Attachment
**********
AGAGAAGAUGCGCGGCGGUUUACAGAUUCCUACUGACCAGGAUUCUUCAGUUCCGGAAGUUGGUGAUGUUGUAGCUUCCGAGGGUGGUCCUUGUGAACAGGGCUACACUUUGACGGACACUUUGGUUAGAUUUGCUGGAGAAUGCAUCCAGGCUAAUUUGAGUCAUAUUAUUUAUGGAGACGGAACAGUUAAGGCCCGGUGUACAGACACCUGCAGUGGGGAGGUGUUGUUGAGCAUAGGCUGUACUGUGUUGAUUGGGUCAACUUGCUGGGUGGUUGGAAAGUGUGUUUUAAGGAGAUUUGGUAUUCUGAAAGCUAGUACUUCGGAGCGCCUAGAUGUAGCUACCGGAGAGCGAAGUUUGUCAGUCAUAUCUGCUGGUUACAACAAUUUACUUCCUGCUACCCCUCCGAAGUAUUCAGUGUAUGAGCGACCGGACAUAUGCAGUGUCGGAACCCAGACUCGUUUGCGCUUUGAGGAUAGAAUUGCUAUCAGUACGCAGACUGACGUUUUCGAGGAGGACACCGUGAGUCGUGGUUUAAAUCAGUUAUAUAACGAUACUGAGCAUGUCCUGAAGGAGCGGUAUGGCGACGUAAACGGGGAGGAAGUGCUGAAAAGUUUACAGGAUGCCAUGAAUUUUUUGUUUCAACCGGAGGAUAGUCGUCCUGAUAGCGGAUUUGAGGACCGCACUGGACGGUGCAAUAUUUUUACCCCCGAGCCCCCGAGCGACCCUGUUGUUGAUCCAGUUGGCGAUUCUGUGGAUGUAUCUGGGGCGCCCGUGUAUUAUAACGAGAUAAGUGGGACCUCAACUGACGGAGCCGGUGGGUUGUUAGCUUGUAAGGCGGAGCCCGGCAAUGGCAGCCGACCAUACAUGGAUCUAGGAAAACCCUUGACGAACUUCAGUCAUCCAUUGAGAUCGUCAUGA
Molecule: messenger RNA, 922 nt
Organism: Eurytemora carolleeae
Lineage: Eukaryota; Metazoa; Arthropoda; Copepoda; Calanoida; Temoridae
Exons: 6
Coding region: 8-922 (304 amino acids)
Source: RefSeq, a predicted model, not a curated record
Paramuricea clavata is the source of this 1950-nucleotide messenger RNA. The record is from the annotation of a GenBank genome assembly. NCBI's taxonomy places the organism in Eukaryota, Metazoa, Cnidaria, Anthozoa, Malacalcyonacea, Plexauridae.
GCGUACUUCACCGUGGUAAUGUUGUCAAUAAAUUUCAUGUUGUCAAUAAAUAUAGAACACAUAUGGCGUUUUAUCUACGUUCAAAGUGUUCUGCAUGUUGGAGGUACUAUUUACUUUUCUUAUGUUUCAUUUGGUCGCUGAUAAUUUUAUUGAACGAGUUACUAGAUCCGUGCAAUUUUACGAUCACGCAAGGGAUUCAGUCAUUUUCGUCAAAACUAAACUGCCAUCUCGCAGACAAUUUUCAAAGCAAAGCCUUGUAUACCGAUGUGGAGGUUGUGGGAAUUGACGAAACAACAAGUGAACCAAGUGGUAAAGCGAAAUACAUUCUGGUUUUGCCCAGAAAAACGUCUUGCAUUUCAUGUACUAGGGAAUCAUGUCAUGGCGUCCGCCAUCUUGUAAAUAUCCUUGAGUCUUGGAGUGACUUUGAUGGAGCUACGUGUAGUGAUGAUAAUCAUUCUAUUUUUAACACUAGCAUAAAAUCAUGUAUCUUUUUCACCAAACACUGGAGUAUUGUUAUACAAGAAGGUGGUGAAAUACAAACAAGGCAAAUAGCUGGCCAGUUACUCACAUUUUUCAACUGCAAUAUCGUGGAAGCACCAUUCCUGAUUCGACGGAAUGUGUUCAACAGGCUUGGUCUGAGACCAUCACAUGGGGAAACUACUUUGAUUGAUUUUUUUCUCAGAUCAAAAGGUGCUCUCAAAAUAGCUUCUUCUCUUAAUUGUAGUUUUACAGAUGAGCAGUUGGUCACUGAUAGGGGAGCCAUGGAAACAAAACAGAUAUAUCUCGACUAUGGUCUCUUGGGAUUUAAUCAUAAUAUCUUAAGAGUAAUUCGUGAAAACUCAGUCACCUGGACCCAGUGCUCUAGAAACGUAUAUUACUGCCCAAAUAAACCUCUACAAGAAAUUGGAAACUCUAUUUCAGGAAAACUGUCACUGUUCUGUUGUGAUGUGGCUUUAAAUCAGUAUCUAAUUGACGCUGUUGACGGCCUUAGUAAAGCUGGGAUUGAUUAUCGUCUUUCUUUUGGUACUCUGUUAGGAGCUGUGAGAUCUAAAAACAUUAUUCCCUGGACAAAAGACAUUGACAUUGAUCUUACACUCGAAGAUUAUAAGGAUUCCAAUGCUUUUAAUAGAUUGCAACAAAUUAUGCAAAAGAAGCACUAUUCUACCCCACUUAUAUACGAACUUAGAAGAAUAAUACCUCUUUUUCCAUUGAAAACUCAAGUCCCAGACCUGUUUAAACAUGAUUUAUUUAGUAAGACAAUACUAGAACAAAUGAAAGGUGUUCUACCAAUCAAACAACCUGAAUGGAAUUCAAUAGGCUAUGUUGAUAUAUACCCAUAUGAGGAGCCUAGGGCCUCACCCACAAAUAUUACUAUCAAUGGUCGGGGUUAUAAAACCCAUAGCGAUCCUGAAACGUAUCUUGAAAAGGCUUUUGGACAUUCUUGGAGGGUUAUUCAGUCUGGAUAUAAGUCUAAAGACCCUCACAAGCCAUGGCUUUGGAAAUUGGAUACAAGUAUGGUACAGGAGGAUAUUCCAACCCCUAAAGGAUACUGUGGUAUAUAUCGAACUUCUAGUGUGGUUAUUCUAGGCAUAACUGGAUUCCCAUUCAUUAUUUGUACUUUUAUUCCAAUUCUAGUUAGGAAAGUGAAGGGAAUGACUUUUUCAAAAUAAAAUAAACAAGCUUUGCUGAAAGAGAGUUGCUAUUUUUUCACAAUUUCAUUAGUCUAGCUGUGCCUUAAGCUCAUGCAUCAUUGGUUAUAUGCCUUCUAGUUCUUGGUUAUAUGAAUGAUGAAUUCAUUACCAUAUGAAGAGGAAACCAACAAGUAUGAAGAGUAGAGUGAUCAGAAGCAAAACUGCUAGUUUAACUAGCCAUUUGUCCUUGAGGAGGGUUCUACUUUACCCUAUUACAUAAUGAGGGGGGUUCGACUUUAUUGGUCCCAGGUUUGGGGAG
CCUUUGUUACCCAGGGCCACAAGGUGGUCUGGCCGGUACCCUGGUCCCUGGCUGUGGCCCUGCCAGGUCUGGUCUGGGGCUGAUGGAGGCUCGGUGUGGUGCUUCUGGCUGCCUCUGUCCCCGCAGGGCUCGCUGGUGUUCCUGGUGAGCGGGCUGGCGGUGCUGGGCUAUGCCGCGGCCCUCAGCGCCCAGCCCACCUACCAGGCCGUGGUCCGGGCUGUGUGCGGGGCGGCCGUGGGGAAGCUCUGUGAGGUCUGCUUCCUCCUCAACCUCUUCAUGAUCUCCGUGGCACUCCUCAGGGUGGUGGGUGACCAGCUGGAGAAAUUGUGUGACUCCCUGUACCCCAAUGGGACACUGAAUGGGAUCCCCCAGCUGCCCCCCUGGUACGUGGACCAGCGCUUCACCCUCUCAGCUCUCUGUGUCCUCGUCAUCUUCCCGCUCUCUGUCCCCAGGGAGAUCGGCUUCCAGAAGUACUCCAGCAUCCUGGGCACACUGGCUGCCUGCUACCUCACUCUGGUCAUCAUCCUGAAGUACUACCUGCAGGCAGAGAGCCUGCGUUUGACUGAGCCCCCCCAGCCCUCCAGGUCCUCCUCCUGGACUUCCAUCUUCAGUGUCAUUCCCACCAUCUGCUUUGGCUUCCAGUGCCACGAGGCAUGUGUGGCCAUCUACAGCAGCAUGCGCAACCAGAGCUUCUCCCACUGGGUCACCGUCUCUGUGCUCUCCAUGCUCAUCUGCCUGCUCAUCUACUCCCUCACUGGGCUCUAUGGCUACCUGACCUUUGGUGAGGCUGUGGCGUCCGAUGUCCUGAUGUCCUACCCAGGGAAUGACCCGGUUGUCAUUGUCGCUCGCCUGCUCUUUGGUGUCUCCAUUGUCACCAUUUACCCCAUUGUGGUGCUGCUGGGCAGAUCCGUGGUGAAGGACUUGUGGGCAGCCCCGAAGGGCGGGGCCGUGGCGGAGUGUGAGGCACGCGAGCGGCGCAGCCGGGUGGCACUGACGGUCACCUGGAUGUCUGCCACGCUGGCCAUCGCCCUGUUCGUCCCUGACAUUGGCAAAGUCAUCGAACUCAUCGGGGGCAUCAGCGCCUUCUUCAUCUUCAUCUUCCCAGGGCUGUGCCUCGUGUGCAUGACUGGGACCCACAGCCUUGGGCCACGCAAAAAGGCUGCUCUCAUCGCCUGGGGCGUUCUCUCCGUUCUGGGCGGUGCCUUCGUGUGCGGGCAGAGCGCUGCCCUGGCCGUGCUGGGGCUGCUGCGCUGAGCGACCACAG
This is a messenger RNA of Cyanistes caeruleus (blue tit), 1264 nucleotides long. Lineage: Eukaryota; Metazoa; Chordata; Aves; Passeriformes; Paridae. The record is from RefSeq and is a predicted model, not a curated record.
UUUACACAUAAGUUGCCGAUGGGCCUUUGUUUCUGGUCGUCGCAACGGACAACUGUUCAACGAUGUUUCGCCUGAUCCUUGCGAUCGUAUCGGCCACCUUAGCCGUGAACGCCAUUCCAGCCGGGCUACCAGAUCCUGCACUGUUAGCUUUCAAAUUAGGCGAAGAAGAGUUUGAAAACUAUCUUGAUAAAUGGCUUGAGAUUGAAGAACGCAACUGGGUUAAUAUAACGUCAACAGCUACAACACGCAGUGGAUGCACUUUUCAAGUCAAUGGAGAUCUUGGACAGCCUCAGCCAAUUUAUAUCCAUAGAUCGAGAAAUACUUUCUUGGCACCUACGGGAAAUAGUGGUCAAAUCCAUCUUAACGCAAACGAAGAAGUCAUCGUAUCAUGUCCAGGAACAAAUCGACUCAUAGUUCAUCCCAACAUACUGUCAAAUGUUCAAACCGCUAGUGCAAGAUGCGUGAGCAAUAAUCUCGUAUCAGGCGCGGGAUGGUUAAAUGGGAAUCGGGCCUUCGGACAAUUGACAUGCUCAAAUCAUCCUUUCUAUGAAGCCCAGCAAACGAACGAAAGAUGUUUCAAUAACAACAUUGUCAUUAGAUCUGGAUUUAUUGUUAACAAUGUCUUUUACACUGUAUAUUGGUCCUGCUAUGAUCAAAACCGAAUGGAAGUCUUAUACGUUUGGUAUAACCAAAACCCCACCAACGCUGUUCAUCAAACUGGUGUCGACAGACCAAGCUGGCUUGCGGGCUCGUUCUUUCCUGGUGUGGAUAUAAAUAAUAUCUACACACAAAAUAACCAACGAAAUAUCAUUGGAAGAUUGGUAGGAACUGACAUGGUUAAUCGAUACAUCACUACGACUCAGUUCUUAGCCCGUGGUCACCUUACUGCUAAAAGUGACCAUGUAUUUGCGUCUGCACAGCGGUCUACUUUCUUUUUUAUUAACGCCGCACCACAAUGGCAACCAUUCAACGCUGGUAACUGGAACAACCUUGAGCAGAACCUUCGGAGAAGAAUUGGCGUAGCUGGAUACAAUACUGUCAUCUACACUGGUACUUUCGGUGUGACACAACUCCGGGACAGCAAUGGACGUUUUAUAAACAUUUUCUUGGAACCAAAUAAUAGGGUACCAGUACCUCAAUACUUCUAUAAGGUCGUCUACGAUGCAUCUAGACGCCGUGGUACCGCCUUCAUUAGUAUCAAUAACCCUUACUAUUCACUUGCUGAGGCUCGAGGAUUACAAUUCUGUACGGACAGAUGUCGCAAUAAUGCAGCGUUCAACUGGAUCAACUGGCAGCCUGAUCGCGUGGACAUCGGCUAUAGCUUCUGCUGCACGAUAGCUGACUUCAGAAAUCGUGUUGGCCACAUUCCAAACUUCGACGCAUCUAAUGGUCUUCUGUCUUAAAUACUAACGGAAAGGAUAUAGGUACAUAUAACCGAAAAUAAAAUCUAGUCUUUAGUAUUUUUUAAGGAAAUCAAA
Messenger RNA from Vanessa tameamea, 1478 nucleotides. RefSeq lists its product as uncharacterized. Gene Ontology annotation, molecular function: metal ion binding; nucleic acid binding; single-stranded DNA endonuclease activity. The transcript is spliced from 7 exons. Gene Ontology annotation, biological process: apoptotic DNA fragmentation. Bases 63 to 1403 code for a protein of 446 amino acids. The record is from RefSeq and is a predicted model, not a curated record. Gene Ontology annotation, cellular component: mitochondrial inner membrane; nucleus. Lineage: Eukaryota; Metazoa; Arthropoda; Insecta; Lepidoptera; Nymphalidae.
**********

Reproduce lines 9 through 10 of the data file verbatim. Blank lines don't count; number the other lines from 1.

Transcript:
GCGUACUUCACCGUGGUAAUGUUGUCAAUAAAUUUCAUGUUGUCAAUAAAUAUAGAACACAUAUGGCGUUUUAUCUACGUUCAAAGUGUUCUGCAUGUUGGAGGUACUAUUUACUUUUCUUAUGUUUCAUUUGGUCGCUGAUAAUUUUAUUGAACGAGUUACUAGAUCCGUGCAAUUUUACGAUCACGCAAGGGAUUCAGUCAUUUUCGUCAAAACUAAACUGCCAUCUCGCAGACAAUUUUCAAAGCAAAGCCUUGUAUACCGAUGUGGAGGUUGUGGGAAUUGACGAAACAACAAGUGAACCAAGUGGUAAAGCGAAAUACAUUCUGGUUUUGCCCAGAAAAACGUCUUGCAUUUCAUGUACUAGGGAAUCAUGUCAUGGCGUCCGCCAUCUUGUAAAUAUCCUUGAGUCUUGGAGUGACUUUGAUGGAGCUACGUGUAGUGAUGAUAAUCAUUCUAUUUUUAACACUAGCAUAAAAUCAUGUAUCUUUUUCACCAAACACUGGAGUAUUGUUAUACAAGAAGGUGGUGAAAUACAAACAAGGCAAAUAGCUGGCCAGUUACUCACAUUUUUCAACUGCAAUAUCGUGGAAGCACCAUUCCUGAUUCGACGGAAUGUGUUCAACAGGCUUGGUCUGAGACCAUCACAUGGGGAAACUACUUUGAUUGAUUUUUUUCUCAGAUCAAAAGGUGCUCUCAAAAUAGCUUCUUCUCUUAAUUGUAGUUUUACAGAUGAGCAGUUGGUCACUGAUAGGGGAGCCAUGGAAACAAAACAGAUAUAUCUCGACUAUGGUCUCUUGGGAUUUAAUCAUAAUAUCUUAAGAGUAAUUCGUGAAAACUCAGUCACCUGGACCCAGUGCUCUAGAAACGUAUAUUACUGCCCAAAUAAACCUCUACAAGAAAUUGGAAACUCUAUUUCAGGAAAACUGUCACUGUUCUGUUGUGAUGUGGCUUUAAAUCAGUAUCUAAUUGACGCUGUUGACGGCCUUAGUAAAGCUGGGAUUGAUUAUCGUCUUUCUUUUGGUACUCUGUUAGGAGCUGUGAGAUCUAAAAACAUUAUUCCCUGGACAAAAGACAUUGACAUUGAUCUUACACUCGAAGAUUAUAAGGAUUCCAAUGCUUUUAAUAGAUUGCAACAAAUUAUGCAAAAGAAGCACUAUUCUACCCCACUUAUAUACGAACUUAGAAGAAUAAUACCUCUUUUUCCAUUGAAAACUCAAGUCCCAGACCUGUUUAAACAUGAUUUAUUUAGUAAGACAAUACUAGAACAAAUGAAAGGUGUUCUACCAAUCAAACAACCUGAAUGGAAUUCAAUAGGCUAUGUUGAUAUAUACCCAUAUGAGGAGCCUAGGGCCUCACCCACAAAUAUUACUAUCAAUGGUCGGGGUUAUAAAACCCAUAGCGAUCCUGAAACGUAUCUUGAAAAGGCUUUUGGACAUUCUUGGAGGGUUAUUCAGUCUGGAUAUAAGUCUAAAGACCCUCACAAGCCAUGGCUUUGGAAAUUGGAUACAAGUAUGGUACAGGAGGAUAUUCCAACCCCUAAAGGAUACUGUGGUAUAUAUCGAACUUCUAGUGUGGUUAUUCUAGGCAUAACUGGAUUCCCAUUCAUUAUUUGUACUUUUAUUCCAAUUCUAGUUAGGAAAGUGAAGGGAAUGACUUUUUCAAAAUAAAAUAAACAAGCUUUGCUGAAAGAGAGUUGCUAUUUUUUCACAAUUUCAUUAGUCUAGCUGUGCCUUAAGCUCAUGCAUCAUUGGUUAUAUGCCUUCUAGUUCUUGGUUAUAUGAAUGAUGAAUUCAUUACCAUAUGAAGAGGAAACCAACAAGUAUGAAGAGUAGAGUGAUCAGAAGCAAAACUGCUAGUUUAACUAGCCAUUUGUCCUUGAGGAGGGUUCUACUUUACCCUAUUACAUAAUGAGGGGGGUUCGACUUUAUUGGUCCCAGGUUUGGGGAG
CCUUUGUUACCCAGGGCCACAAGGUGGUCUGGCCGGUACCCUGGUCCCUGGCUGUGGCCCUGCCAGGUCUGGUCUGGGGCUGAUGGAGGCUCGGUGUGGUGCUUCUGGCUGCCUCUGUCCCCGCAGGGCUCGCUGGUGUUCCUGGUGAGCGGGCUGGCGGUGCUGGGCUAUGCCGCGGCCCUCAGCGCCCAGCCCACCUACCAGGCCGUGGUCCGGGCUGUGUGCGGGGCGGCCGUGGGGAAGCUCUGUGAGGUCUGCUUCCUCCUCAACCUCUUCAUGAUCUCCGUGGCACUCCUCAGGGUGGUGGGUGACCAGCUGGAGAAAUUGUGUGACUCCCUGUACCCCAAUGGGACACUGAAUGGGAUCCCCCAGCUGCCCCCCUGGUACGUGGACCAGCGCUUCACCCUCUCAGCUCUCUGUGUCCUCGUCAUCUUCCCGCUCUCUGUCCCCAGGGAGAUCGGCUUCCAGAAGUACUCCAGCAUCCUGGGCACACUGGCUGCCUGCUACCUCACUCUGGUCAUCAUCCUGAAGUACUACCUGCAGGCAGAGAGCCUGCGUUUGACUGAGCCCCCCCAGCCCUCCAGGUCCUCCUCCUGGACUUCCAUCUUCAGUGUCAUUCCCACCAUCUGCUUUGGCUUCCAGUGCCACGAGGCAUGUGUGGCCAUCUACAGCAGCAUGCGCAACCAGAGCUUCUCCCACUGGGUCACCGUCUCUGUGCUCUCCAUGCUCAUCUGCCUGCUCAUCUACUCCCUCACUGGGCUCUAUGGCUACCUGACCUUUGGUGAGGCUGUGGCGUCCGAUGUCCUGAUGUCCUACCCAGGGAAUGACCCGGUUGUCAUUGUCGCUCGCCUGCUCUUUGGUGUCUCCAUUGUCACCAUUUACCCCAUUGUGGUGCUGCUGGGCAGAUCCGUGGUGAAGGACUUGUGGGCAGCCCCGAAGGGCGGGGCCGUGGCGGAGUGUGAGGCACGCGAGCGGCGCAGCCGGGUGGCACUGACGGUCACCUGGAUGUCUGCCACGCUGGCCAUCGCCCUGUUCGUCCCUGACAUUGGCAAAGUCAUCGAACUCAUCGGGGGCAUCAGCGCCUUCUUCAUCUUCAUCUUCCCAGGGCUGUGCCUCGUGUGCAUGACUGGGACCCACAGCCUUGGGCCACGCAAAAAGGCUGCUCUCAUCGCCUGGGGCGUUCUCUCCGUUCUGGGCGGUGCCUUCGUGUGCGGGCAGAGCGCUGCCCUGGCCGUGCUGGGGCUGCUGCGCUGAGCGACCACAG